What's New In The Community: April 2014
Friday, April 04 2014
Written by The Circle Staff,
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Saint Mary's Student Jennifer Waltman Earns Bush Fellowship Award

Jennifer Waltman, a Saint Mary’s University of Minnesota student in the Doctor of Psychology program, was one of 24 leaders recently awarded a 2014 Bush Fellowship.

Waltman, from Maple Grove, Minn., will use her $100,000 award to assist her during the next three years to complete her studies at Saint Mary’s and help develop systems to assist in mental health advocacy and therapy for Native Americans.

“I’m a Lakota, and my interest is in my own community and improving the health of Native Americans,” Waltman said. “Natives have the biggest disparity in the nation for chronic disease. It is my hypothesis that historical trauma has caused epigenetic changes that contribute to epidemics of poor health outcomes such as diabetes, substance use disorder, cancer, heart disease, depression and PTSD. I want to explore mental health treatment incorporating traditional healing that would improve symptoms of chronic disease.”

Citing guidance from mentors in the Mille Lacs Band of Ojibwe and the Shakopee Mdewakanton Sioux Community, Waltman will also use some of the award money to fund research with professors at UCLA and the University of Oklahoma. Her long-term goals include working with other multi-cultural psychologists to create a multicultural health and wellness center, eventually leading to consulting tribes and native people to help eliminate health disparity.

Before she embarks on her future plans, Waltman will finish her doctoral studies at Saint Mary’s. She is currently doing clinical training at Abbott Northwestern, learning with an integrated team comprised of psychiatrists, psychologists and nurse practitioners. She is continuing her studies while working as the managing partner for Heritage Strategic Group where she advises businesses and non-profit organizations on strategic processes.

Since 1965, the Bush Foundation has worked to develop the leadership capacity of the region by making investments in more than 2,200 people through its Fellowship programs. The Bush Fellowship is designed for people who have already demonstrated exceptional leadership abilities, but who feel they could accomplish even more for their community with focused, intensive leadership development. The Fellowship is distinctive in its flexibility, allowing Fellows to articulate what they need to become a better leader — whether through a self-designed learning experience or an academic program — then providing them with the resources and support to make it happen.

DSGW Architects Help Native Design Firm Open and Mentor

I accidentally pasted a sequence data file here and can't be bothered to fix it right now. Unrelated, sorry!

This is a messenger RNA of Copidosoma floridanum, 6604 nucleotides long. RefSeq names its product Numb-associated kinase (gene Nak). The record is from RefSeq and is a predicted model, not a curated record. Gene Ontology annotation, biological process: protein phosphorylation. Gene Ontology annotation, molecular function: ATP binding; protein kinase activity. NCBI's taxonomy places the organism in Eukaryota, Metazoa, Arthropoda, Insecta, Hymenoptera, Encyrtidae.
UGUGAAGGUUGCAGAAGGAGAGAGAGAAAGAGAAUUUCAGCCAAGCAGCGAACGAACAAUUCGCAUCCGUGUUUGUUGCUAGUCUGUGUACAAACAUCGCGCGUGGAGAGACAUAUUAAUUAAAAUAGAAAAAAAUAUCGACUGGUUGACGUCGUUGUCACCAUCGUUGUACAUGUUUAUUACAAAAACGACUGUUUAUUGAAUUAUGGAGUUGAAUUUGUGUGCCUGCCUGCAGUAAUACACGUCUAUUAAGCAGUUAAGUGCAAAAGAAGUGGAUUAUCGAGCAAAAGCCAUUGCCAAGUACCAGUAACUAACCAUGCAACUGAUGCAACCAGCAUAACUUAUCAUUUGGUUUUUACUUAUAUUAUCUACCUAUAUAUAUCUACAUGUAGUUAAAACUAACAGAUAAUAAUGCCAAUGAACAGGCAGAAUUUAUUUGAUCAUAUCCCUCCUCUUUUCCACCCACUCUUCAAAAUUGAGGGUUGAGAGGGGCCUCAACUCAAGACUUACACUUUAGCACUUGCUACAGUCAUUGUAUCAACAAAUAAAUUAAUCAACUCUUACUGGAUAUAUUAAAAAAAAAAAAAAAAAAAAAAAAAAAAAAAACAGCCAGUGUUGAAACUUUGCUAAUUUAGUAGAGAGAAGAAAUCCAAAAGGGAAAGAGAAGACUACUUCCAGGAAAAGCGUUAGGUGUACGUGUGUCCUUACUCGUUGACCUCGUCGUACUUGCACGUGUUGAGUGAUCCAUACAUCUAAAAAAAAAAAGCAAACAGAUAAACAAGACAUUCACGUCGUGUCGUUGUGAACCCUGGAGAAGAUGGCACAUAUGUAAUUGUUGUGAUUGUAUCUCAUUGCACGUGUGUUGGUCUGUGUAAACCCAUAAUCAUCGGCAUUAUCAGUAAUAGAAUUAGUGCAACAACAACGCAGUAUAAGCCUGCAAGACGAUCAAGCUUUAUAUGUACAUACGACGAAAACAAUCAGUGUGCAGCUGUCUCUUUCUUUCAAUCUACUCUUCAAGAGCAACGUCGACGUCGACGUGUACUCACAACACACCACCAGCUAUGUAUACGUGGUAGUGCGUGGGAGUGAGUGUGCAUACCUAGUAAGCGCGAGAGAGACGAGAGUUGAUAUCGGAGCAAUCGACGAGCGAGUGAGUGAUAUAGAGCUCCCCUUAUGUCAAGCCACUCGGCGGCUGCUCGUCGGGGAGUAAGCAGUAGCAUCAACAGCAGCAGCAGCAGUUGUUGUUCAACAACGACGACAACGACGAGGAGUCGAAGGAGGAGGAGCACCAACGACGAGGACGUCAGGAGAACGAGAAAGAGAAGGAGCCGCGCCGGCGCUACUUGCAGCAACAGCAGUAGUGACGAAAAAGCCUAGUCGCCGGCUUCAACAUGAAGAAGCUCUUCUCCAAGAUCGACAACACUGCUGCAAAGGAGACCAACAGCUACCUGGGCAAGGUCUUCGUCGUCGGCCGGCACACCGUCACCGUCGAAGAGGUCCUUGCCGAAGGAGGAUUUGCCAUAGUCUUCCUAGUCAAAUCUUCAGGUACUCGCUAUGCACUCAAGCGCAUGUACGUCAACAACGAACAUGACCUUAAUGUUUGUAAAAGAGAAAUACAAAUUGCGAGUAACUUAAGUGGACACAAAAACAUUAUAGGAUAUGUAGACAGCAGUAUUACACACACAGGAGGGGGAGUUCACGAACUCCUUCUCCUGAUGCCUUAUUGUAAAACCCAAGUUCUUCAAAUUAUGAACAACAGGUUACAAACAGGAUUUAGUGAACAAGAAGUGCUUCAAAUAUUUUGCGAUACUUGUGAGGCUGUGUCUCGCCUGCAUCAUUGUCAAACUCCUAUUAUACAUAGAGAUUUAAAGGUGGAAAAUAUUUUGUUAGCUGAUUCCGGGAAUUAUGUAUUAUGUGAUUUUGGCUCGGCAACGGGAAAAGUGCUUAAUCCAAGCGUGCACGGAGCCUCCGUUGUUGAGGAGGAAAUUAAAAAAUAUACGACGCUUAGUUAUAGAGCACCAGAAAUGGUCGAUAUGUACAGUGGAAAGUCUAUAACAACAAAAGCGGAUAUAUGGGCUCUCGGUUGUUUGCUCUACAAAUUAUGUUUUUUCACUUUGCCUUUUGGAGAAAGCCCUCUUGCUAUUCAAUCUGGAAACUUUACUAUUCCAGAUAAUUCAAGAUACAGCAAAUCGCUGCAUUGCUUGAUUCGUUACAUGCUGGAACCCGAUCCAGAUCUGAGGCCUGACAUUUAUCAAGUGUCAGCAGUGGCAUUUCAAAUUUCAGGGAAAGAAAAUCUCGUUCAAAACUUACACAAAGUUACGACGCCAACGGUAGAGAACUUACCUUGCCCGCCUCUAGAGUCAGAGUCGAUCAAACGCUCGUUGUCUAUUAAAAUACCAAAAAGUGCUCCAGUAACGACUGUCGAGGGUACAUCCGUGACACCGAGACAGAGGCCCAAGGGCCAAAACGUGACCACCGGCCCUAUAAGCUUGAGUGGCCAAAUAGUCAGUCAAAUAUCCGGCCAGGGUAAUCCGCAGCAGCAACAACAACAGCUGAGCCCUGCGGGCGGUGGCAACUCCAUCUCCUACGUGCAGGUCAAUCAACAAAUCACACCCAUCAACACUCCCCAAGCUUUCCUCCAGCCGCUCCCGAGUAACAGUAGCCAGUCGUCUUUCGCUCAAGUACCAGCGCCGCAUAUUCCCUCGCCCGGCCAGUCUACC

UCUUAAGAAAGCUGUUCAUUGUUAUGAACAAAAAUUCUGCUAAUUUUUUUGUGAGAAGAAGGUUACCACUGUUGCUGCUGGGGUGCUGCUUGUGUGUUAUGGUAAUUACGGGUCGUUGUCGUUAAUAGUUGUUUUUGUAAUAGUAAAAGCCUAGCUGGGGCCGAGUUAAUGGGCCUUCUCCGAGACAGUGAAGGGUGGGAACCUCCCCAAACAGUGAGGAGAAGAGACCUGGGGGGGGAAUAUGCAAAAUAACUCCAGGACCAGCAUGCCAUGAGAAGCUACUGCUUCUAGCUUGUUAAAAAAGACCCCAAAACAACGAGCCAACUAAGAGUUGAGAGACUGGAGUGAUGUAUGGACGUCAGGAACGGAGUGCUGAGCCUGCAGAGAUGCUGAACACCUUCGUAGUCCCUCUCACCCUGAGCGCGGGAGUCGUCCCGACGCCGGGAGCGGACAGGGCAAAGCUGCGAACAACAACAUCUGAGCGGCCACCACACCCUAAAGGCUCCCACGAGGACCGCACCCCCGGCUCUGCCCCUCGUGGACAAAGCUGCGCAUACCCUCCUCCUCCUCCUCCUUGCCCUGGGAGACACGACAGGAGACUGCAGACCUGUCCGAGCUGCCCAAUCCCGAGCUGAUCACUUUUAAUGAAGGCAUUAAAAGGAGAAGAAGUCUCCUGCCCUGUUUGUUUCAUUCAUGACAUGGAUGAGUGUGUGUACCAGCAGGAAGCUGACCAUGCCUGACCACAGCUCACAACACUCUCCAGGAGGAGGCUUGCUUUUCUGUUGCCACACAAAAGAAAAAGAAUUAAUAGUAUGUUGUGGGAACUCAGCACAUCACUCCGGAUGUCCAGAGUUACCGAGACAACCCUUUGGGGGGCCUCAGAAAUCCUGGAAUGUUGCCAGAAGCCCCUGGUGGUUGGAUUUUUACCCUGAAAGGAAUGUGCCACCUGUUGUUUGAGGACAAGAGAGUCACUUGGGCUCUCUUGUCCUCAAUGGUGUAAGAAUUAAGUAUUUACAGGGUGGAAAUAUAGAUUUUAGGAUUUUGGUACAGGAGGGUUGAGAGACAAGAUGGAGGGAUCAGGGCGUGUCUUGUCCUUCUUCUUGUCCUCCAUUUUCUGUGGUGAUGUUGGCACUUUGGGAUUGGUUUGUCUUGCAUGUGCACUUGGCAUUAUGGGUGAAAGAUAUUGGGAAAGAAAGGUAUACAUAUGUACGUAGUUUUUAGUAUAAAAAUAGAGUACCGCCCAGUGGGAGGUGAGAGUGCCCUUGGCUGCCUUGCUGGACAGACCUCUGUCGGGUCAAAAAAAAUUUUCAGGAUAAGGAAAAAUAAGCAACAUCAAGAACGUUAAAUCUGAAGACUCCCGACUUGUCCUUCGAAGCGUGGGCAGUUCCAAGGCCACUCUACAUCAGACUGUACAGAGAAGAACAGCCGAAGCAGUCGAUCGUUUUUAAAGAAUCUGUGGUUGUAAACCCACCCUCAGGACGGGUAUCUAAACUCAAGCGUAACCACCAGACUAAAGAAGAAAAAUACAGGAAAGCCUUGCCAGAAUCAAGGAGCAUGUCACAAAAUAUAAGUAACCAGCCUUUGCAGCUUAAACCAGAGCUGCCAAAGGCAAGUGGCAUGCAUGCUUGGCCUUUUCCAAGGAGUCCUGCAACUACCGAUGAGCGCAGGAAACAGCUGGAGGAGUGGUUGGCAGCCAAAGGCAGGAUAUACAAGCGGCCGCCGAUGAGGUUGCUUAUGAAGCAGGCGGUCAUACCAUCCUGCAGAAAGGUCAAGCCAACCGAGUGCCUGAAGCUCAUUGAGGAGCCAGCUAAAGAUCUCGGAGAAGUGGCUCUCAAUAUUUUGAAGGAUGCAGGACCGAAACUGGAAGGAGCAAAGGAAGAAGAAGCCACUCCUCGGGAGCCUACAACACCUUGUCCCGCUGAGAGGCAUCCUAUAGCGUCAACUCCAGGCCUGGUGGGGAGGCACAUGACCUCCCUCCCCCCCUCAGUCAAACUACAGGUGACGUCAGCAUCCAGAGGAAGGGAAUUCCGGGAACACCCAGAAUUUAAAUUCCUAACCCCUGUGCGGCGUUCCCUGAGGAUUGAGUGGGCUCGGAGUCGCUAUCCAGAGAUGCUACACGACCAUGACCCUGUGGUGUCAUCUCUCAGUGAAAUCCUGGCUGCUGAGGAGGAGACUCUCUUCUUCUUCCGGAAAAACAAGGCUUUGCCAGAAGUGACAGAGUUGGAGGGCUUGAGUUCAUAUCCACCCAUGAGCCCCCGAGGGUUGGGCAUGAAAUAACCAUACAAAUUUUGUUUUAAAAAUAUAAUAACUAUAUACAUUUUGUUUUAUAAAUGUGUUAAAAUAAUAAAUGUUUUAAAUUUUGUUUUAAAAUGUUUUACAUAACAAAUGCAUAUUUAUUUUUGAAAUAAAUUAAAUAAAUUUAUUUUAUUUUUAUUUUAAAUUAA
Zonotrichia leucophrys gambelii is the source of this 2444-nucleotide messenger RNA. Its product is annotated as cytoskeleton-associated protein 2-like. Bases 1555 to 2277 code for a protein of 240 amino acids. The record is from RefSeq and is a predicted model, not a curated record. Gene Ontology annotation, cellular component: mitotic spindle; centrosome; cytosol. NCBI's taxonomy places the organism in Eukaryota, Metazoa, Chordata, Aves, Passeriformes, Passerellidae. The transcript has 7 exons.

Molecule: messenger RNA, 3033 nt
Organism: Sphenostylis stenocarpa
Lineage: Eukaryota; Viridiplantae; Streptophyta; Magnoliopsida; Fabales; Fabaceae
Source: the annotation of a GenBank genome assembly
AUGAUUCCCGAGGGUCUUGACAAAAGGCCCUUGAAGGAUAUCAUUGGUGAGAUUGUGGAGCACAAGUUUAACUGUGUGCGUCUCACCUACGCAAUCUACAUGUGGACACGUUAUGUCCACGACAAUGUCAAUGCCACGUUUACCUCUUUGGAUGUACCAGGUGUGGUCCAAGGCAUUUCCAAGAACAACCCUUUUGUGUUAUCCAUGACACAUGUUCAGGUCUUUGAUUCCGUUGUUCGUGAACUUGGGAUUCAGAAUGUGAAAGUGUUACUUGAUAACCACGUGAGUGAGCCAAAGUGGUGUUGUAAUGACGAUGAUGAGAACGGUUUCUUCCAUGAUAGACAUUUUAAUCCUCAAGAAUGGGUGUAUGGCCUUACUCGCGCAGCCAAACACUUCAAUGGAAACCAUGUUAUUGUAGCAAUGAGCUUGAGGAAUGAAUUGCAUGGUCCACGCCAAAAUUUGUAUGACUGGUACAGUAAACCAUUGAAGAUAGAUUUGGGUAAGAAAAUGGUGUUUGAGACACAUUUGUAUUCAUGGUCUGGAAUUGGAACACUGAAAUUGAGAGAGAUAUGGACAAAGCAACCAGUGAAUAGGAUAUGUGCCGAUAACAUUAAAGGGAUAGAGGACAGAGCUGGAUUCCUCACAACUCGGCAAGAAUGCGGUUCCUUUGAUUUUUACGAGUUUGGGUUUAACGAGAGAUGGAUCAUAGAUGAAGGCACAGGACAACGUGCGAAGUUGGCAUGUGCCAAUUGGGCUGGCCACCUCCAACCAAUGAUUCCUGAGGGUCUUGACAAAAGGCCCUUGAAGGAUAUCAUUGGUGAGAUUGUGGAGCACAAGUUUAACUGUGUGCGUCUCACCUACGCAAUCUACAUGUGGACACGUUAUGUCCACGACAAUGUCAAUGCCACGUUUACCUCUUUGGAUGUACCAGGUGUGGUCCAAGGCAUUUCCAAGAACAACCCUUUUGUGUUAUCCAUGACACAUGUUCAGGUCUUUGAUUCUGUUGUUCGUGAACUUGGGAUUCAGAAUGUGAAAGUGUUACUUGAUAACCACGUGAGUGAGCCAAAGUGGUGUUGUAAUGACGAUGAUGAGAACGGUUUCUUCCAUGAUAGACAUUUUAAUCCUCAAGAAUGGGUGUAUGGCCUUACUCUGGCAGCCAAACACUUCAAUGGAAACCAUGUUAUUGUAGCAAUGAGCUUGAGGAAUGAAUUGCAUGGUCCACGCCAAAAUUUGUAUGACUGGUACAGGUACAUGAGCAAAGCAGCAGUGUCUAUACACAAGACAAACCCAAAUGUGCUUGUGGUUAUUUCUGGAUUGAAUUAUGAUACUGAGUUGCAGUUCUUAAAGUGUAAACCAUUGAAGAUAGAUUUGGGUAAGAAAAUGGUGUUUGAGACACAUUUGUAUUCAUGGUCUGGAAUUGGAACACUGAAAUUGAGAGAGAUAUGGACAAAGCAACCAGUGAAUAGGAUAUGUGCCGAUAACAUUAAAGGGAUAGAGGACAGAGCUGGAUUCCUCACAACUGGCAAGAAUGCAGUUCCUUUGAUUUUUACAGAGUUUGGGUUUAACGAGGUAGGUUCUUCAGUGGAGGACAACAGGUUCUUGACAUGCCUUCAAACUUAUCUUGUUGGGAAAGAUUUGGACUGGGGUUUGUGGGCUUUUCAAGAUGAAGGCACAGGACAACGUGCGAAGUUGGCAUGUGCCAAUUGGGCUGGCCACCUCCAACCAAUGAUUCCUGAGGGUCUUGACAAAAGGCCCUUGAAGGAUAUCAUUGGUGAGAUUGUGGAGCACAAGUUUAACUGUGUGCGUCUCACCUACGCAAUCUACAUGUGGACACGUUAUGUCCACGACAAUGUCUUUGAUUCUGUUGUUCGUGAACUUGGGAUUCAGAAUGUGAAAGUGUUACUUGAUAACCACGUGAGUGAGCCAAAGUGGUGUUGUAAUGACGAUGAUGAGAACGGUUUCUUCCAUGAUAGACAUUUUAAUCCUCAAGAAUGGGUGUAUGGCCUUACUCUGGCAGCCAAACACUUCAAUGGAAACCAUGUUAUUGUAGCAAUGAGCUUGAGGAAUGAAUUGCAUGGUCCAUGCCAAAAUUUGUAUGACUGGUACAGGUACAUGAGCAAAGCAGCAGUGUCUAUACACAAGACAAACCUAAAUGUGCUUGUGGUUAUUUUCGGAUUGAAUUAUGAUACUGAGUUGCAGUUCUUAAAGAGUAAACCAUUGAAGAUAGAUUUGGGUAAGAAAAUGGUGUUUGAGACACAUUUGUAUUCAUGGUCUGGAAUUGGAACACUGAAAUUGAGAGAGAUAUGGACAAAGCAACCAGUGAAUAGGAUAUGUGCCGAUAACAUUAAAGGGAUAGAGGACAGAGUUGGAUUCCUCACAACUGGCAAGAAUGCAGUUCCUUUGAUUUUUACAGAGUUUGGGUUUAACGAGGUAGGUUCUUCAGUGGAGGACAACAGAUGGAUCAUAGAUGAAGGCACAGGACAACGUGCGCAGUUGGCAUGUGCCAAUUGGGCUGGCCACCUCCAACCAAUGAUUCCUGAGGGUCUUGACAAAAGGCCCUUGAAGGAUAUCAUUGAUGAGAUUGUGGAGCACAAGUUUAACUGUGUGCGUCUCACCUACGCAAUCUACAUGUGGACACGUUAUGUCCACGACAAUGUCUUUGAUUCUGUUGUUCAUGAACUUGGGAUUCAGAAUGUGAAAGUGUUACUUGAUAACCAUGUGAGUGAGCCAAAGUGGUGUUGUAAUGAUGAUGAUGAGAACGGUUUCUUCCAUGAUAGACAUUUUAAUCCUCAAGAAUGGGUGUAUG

DULUTH, Minn. – A new firm that helps Native American tribes plan and design buildings and communities will receive mentoring and support from DSGW, one of the oldest, established architecture firms in Minnesota, officials of both companies announced in March.

The First American Design Studio will work with DSGW Architects, which has offices in Duluth, the Iron Range and the Twin Cities, to assist tribes nationwide in planning for expansion, growth and development in their communities, often including the design and construction of buildings.

“The architectural planning services that First American Design Studio offers, such as budgeting, site analysis, facility assessments, capital campaign assistance and master planning, help tribal leaders develop a vision,” said Mike Laverdure, founder of the First American Design Studio and an enrolled member of the Turtle Mountain Band of Chippewa, based in North Dakota. “It’s really all about the effort around a project to get it to the point where a tribe is ready to move forward and work with an architect. We want help plan and advocate for growth within Native communities.”

Laverdure has worked for DSGW since 2008, helping the firm secure projects in Native communities throughout the Midwest. “When Mike joined DSGW, we knew he dreamed of owning a Native American firm,” said Randy Wagner, a partner at DSGW Architects and also at First American Design Studio. “A significant amount of DSGW’s work is tribal. With Mike’s leadership, we have become even more engaged.”

Wagner added, “The creation of a Native-owned business allows an even greater opportunity for development of tribal communities outside of the Midwest. Mike has a passion for giving back and cares about designing buildings that serve as elders in Native American communities.”

Laverdure is a board member of Minnesota’s American Indian Chamber of Commerce and is a Sequoyah member of the American Indian Science and Engineering Society. As the outgoing president of the regional, professional AISES chapter, he works to raise funds to promote science, technology, engineering and math activities for Native youth. Mike graduated from North Dakota State University’s College of Architecture and is a registered architect.

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